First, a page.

Creating Cropped Thumbnails With ImageMagick

/ PHP / by Paul Robinson / 8 Comments
This post was published back on February 24, 2009 and may be outdated. Please use caution when following older tutorials or using older code. After reading be sure to check for newer procedures or updates to code.

So you’ve just installed ImageMagick, but how do you make your thumbnails in it? Ahhh, a very good question my friend.

Why Not Use Imagick?

Well like my server, not all servers have the Imagick extention for PHP installed. Also I think (personal opinion, shock) the command line is a better way to use ImageMagick. Right let’s get to it.

How Do We Use ImageMagick From The Command Line?

Well in PHP we can use the exec() function. Some servers don’t allow you to use the command, but most, like mine, just disable the use of certain functions from that function.

Anyway here is the code I use to make square cropped thumbnails.

Unfortunately this will only work in versions of ImageMagick from 6.3.8-3 and upwards due to the use of -thumbnail along with the carat(^) symbol. Here is what to use if you have a lower version:

Of course for both of those commands you will need to change all the sizes to whatever you wish. Mine are 120px square as you can see. I also have my code only take in & output jpg files. For me this is fine, but if you want to have multiple formats you could just have pathinfo() run on the file name and use 120x120 '".$filename.".".$extention."' and it will convert any filetype to a jpg. Just remember that png or gif files with transparency will be saved with the transparent parts black.

That’s about it really. If you want any more info or if something I’ve wrote isn’t working let me know. 🙂


Author’s gravatar

Hey Paul, thank you for this piece of code. I was looking for something like this. However, I would also like it to take only the center portion of each image (landscape or portrait) and make a square thumbnail out of that. How can that be done?

Author’s gravatar author

The first code example in this tutorial should give you square thumbnails provided you have a version of IM either the same or higher than mentioned.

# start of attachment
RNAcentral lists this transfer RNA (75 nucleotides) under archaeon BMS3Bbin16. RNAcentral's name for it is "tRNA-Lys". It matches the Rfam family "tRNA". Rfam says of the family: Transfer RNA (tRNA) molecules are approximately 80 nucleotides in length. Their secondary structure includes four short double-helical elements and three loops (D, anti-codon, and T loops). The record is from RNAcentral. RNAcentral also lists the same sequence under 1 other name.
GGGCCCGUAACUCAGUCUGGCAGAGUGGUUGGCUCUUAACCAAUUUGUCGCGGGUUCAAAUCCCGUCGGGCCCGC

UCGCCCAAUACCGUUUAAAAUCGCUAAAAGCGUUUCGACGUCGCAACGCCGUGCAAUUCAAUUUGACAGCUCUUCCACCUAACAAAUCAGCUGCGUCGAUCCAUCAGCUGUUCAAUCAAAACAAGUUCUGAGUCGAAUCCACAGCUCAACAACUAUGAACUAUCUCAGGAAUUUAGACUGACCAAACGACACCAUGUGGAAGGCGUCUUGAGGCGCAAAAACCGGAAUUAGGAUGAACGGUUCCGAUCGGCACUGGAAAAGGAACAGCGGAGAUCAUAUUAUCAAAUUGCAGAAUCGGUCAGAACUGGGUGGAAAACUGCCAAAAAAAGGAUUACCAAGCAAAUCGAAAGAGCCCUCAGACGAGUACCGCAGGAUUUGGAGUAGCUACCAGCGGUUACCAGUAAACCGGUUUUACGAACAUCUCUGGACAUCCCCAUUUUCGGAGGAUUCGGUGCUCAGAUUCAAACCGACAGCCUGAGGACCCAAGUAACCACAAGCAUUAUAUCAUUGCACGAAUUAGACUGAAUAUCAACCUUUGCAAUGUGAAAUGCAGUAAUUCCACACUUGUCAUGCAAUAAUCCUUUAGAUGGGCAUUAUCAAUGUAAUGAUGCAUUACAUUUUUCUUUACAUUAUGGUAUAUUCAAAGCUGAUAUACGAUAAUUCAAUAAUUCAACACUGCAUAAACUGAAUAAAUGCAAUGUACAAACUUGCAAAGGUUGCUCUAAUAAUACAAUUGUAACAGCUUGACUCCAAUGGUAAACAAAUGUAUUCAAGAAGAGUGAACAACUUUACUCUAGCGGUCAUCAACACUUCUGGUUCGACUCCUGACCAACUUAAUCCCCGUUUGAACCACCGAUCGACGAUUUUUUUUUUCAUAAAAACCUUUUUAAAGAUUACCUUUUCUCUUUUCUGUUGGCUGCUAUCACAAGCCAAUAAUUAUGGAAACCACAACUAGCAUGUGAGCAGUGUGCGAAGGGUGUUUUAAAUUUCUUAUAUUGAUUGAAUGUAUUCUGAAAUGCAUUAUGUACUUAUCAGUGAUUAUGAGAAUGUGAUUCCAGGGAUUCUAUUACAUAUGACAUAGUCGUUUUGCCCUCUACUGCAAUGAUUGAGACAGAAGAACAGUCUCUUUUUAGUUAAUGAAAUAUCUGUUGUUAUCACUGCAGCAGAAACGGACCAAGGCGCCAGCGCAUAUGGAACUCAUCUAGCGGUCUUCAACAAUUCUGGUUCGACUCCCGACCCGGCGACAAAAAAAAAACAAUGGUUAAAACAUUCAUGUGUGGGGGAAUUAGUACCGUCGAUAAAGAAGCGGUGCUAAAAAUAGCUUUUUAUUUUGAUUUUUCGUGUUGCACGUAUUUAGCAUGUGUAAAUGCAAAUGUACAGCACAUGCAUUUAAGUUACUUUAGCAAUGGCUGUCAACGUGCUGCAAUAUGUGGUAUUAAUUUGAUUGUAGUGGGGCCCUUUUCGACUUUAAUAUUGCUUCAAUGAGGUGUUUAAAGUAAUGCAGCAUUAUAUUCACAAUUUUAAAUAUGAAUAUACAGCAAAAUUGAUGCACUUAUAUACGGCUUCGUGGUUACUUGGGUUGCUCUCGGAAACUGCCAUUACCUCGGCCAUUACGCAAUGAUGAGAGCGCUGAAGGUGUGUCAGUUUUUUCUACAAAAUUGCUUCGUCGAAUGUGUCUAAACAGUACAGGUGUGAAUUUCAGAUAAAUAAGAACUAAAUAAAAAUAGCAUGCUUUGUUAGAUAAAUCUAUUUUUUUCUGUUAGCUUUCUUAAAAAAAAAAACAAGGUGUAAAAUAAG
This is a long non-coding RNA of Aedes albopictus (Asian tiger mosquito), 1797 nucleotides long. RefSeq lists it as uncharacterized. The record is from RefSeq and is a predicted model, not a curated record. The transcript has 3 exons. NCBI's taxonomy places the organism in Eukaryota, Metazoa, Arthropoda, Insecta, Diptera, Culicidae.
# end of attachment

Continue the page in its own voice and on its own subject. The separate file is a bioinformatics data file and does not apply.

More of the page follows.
Author’s gravatar

Sorry, I was a bit vague. I want it to ‘zoom in’ on the center of the original image and then create a square thumbnail from that. Can that be done?

Author’s gravatar author

Ahh, sorry. I think it can but I’m away from my computer at the minute (sending this on my iPod) and I’m afraid I don’t know the code off the top of my head. I’ll drop you another comment when I’ve had a chance to have a look at my computer.

Author’s gravatar

What exactly does the carat do? Without it, there would be centered padding added because of the gravity. But does the carat actually crop to the desired size?

Author’s gravatar author

Hi Jan,

It’s been a while since I used ImageMagick since I don’t use it as often as I used to and if I do I generally use something like the excellent Intervention Library to interface with it, but hopefully I can answer your question.

By default IM will take your requested dimensions to be the maximum values and so will make sure neither the width or height of your scaled down image is larger than the requested size. So take, for example, our thumbnail command. It makes images 120×120. Let’s say we have a source image of 1280×720.

By default IM will take our image and shrink until the largest dimension of our source image fits inside the requested dimension. That should make our final image 120×67(.5) and you’d have a black background showing on the top & bottom because of gravity and since we set our extent geometry to 120×120.

If we add the ^ symbol IM will take our dimensions to be minimum sizes instead. So this time it can shrink the smallest dimension of our source image until it fits inside the requested dimension. That would make our source image shrink to 213(.3)x120 which is then centered because of gravity and then cropped because we set our extent to 120×120.

Sorry if that over explains. To answer your main questions though, no I don’t believe the caret does crop. It resizes the image in ratio but keeping it larger than the final dimensions so that no background is revealed. The extent settings actually cause the image to be cropped.

Edit: Corrected the sizes in the second example. Listed them in the wrong order.

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